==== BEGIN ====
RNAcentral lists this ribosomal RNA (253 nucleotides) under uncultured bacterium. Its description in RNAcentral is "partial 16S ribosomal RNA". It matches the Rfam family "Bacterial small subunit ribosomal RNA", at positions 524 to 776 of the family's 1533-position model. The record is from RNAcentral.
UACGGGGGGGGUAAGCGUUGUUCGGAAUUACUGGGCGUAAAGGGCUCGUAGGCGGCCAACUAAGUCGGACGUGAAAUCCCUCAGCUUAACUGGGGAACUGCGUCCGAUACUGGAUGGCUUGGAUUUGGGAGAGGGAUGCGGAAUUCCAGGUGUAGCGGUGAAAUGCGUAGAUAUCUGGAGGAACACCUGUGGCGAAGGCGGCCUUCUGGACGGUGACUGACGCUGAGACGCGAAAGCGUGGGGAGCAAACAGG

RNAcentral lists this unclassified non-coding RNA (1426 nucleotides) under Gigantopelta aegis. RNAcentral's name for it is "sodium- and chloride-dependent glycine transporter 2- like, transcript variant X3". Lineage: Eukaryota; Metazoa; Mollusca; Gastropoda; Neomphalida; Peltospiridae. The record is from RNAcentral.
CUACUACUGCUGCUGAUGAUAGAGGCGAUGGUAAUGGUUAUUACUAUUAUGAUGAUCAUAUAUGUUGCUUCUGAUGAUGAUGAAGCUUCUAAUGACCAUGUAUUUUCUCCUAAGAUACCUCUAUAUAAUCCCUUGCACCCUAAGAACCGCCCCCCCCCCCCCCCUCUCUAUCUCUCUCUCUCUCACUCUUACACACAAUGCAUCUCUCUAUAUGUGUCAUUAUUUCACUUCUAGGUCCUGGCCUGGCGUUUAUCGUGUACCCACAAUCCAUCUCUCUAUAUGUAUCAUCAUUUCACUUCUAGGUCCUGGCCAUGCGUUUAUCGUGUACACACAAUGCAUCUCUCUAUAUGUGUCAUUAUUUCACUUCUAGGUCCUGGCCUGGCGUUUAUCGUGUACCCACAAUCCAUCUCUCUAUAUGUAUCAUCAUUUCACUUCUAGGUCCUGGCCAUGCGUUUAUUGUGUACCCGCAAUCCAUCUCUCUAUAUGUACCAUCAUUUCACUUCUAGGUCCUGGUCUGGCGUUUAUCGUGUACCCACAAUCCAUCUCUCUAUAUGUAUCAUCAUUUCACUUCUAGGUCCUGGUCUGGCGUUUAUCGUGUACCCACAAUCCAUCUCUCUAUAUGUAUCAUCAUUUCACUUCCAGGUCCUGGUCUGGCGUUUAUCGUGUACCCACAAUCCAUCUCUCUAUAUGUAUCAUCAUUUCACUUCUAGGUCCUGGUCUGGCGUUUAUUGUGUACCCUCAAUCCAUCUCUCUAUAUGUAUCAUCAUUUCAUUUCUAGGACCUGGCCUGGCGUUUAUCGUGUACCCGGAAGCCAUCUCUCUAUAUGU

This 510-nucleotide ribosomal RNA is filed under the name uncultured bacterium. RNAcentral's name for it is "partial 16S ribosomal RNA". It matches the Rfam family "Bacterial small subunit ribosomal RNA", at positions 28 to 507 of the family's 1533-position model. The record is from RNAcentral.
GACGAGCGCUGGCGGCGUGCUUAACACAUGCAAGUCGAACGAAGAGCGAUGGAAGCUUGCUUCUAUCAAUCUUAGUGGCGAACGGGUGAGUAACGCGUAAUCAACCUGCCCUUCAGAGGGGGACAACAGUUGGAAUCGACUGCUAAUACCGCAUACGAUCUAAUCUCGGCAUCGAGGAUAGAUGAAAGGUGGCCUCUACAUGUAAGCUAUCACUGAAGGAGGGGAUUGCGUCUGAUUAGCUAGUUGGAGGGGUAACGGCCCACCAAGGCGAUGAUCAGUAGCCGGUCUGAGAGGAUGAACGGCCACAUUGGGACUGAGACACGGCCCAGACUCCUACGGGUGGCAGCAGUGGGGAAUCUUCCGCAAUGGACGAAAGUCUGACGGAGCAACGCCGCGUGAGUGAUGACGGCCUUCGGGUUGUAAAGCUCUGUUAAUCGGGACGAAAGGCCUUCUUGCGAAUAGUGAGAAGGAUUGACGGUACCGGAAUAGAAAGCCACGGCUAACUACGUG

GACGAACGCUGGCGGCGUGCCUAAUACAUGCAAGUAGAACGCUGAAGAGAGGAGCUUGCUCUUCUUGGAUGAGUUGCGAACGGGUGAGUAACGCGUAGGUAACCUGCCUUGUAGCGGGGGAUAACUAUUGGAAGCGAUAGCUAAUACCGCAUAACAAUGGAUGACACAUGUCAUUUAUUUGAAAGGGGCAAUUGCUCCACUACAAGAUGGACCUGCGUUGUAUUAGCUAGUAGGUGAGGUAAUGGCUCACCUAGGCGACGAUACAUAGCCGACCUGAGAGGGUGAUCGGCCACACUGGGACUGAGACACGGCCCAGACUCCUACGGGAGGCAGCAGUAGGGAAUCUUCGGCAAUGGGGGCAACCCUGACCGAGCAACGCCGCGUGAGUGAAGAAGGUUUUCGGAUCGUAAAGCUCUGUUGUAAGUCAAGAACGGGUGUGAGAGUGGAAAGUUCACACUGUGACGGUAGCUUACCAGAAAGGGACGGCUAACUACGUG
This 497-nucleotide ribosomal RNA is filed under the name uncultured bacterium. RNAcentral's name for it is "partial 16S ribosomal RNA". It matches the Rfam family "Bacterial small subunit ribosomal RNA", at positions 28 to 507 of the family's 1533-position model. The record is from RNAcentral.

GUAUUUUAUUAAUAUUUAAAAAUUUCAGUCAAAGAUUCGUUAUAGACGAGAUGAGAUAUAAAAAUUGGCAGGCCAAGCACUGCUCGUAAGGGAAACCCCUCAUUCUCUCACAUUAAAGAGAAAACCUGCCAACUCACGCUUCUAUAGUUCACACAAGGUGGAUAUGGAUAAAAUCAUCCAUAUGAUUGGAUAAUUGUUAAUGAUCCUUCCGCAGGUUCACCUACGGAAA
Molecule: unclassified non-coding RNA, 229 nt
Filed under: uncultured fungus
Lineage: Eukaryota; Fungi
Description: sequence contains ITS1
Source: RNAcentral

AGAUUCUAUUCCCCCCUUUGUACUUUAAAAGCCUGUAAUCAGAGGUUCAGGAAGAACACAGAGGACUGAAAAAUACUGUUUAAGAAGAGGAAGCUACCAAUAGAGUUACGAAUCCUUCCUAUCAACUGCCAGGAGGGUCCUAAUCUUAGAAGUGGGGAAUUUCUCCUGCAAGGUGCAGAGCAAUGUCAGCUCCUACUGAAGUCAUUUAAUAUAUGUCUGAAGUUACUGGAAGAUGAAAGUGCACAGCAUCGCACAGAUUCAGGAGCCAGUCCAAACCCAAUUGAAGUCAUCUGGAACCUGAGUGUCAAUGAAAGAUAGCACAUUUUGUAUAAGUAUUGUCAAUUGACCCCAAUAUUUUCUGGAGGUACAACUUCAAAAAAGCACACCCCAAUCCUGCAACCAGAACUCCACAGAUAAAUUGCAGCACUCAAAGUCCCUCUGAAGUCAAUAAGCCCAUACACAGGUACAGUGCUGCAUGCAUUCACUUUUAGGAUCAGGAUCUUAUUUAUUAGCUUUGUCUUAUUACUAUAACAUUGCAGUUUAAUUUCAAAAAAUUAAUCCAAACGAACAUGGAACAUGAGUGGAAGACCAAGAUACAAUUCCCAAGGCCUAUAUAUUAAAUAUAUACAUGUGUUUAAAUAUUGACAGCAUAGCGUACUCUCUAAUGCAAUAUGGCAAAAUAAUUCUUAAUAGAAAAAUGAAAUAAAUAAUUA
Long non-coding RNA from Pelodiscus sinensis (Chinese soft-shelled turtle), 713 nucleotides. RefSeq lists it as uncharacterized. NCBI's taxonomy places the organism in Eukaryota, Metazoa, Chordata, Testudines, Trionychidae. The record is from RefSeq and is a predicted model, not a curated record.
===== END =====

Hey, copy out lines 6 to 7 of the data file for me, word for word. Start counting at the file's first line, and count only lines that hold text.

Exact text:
GACGAGCGCUGGCGGCGUGCUUAACACAUGCAAGUCGAACGAAGAGCGAUGGAAGCUUGCUUCUAUCAAUCUUAGUGGCGAACGGGUGAGUAACGCGUAAUCAACCUGCCCUUCAGAGGGGGACAACAGUUGGAAUCGACUGCUAAUACCGCAUACGAUCUAAUCUCGGCAUCGAGGAUAGAUGAAAGGUGGCCUCUACAUGUAAGCUAUCACUGAAGGAGGGGAUUGCGUCUGAUUAGCUAGUUGGAGGGGUAACGGCCCACCAAGGCGAUGAUCAGUAGCCGGUCUGAGAGGAUGAACGGCCACAUUGGGACUGAGACACGGCCCAGACUCCUACGGGUGGCAGCAGUGGGGAAUCUUCCGCAAUGGACGAAAGUCUGACGGAGCAACGCCGCGUGAGUGAUGACGGCCUUCGGGUUGUAAAGCUCUGUUAAUCGGGACGAAAGGCCUUCUUGCGAAUAGUGAGAAGGAUUGACGGUACCGGAAUAGAAAGCCACGGCUAACUACGUG

GACGAACGCUGGCGGCGUGCCUAAUACAUGCAAGUAGAACGCUGAAGAGAGGAGCUUGCUCUUCUUGGAUGAGUUGCGAACGGGUGAGUAACGCGUAGGUAACCUGCCUUGUAGCGGGGGAUAACUAUUGGAAGCGAUAGCUAAUACCGCAUAACAAUGGAUGACACAUGUCAUUUAUUUGAAAGGGGCAAUUGCUCCACUACAAGAUGGACCUGCGUUGUAUUAGCUAGUAGGUGAGGUAAUGGCUCACCUAGGCGACGAUACAUAGCCGACCUGAGAGGGUGAUCGGCCACACUGGGACUGAGACACGGCCCAGACUCCUACGGGAGGCAGCAGUAGGGAAUCUUCGGCAAUGGGGGCAACCCUGACCGAGCAACGCCGCGUGAGUGAAGAAGGUUUUCGGAUCGUAAAGCUCUGUUGUAAGUCAAGAACGGGUGUGAGAGUGGAAAGUUCACACUGUGACGGUAGCUUACCAGAAAGGGACGGCUAACUACGUG